A lead bulla issued by Grand Master Roger de Moulins, Master of the Order of the Hospital of St John of Jerusalem (Knight’s Hospitallers). It is a Find of Note of County Importance
The Knights Hospitaller was formed by a group of Crusaders in 1099 to support the hospital in Jerusalem which had recently been conquered.
On 15 February 1113 Pope Paschall II issued a Pie postulatio voluntatis (“Most pious request”) to formally recognise the Knights Hospitaller. This bulla confirmed the independence of the Order and gave them the right to elect their Grand Masters without external interference. The order if preserved at the National Library of Malta; Malta
The Order’s Great Seal, or bulla, was introduced by the second Grand Master of the Knights Hospitaller, Raymond du Puy who served in the role from around 1121 to 1160. It remained in use, with some modifications until 1798.
The image on the obverse shows the Grand Master kneeling in prayer before the patriarchal cross. Between them are the letters alpha and omega. This is a common Christian symbol and refers to the phrase in the bible “I am the Alpha and Omega” which can be interpreted to mean that God is eternal.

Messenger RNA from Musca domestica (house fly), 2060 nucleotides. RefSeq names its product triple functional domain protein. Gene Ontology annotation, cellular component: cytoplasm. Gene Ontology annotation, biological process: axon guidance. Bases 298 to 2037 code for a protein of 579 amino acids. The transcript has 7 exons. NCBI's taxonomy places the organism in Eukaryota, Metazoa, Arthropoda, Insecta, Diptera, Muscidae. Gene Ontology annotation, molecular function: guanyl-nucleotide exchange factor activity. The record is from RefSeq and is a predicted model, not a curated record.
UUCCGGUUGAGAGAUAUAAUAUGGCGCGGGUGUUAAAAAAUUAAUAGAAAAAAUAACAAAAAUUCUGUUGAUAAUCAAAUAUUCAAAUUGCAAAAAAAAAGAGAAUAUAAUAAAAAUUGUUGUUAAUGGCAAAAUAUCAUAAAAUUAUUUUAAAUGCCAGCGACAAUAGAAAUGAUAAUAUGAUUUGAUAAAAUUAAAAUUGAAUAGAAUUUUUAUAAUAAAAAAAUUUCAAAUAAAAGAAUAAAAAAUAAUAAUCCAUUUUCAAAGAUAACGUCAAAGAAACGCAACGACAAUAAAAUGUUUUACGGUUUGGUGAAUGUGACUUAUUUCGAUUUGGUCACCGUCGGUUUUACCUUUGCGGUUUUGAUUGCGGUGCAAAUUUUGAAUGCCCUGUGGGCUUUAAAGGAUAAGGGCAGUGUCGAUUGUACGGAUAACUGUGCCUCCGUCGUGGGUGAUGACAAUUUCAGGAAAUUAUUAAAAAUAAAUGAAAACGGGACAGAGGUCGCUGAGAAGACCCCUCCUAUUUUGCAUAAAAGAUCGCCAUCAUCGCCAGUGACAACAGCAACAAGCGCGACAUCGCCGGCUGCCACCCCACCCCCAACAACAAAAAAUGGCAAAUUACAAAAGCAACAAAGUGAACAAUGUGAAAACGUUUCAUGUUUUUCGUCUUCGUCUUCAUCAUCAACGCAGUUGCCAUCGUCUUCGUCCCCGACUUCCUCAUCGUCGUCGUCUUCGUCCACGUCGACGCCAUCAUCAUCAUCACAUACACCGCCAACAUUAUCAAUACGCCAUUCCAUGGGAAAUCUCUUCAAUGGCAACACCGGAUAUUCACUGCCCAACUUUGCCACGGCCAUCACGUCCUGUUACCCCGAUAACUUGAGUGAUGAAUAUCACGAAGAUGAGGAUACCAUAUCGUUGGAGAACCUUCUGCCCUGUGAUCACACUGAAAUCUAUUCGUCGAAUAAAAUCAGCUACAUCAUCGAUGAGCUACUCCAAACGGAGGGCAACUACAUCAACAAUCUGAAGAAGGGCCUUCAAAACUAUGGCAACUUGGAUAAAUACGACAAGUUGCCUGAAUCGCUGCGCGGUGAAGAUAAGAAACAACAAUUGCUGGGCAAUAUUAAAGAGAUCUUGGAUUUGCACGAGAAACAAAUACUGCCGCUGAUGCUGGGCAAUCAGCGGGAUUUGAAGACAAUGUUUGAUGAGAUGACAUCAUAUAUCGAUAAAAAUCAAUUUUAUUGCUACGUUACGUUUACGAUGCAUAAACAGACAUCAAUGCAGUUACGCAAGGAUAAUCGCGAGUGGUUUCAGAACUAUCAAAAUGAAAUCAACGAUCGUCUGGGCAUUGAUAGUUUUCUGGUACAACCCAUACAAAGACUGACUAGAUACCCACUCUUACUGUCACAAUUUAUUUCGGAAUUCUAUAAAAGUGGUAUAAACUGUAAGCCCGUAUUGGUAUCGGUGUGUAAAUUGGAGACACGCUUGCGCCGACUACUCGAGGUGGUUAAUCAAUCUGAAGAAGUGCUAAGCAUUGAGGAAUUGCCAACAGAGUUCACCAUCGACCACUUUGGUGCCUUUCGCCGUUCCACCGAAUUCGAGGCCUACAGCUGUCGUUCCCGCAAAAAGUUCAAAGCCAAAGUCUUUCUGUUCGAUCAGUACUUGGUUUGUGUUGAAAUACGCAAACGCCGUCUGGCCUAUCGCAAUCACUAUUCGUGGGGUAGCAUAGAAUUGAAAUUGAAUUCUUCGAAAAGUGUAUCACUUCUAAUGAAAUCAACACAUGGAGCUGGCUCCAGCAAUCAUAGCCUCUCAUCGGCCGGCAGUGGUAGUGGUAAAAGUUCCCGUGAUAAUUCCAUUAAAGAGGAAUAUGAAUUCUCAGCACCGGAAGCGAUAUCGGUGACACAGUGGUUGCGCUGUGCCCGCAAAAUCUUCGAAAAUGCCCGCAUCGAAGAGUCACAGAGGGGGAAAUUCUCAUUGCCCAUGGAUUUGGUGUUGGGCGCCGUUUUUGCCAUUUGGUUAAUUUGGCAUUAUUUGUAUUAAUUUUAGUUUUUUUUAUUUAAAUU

The legend reads ROGERIV[S] CVSTOS, which is the Master’s name followed by his title, CVSTOS (“Guardian“).
The reverse depicts a patient at the Hospital in Jerusalem. The legend reads +.hOSPITA[LIS.Ih]ERVSALEM.
Grand Master Roger de Moulins
Roger de Moulins was the eighth Grand Master of the Knights Hospitaller from 1177 to his death in 1187. He issued a number of statutes to regularise the administration of the Order.
In 1184 he toured Europe to seek support for a new crusade against the growing power of Saladin. He arrived in England in 1185 which helped bring the Order to greater prominence here; in 1194 Richard I granted the English Hospitallers a charter and entrusted hospitals at Worcester and Hereford to their care.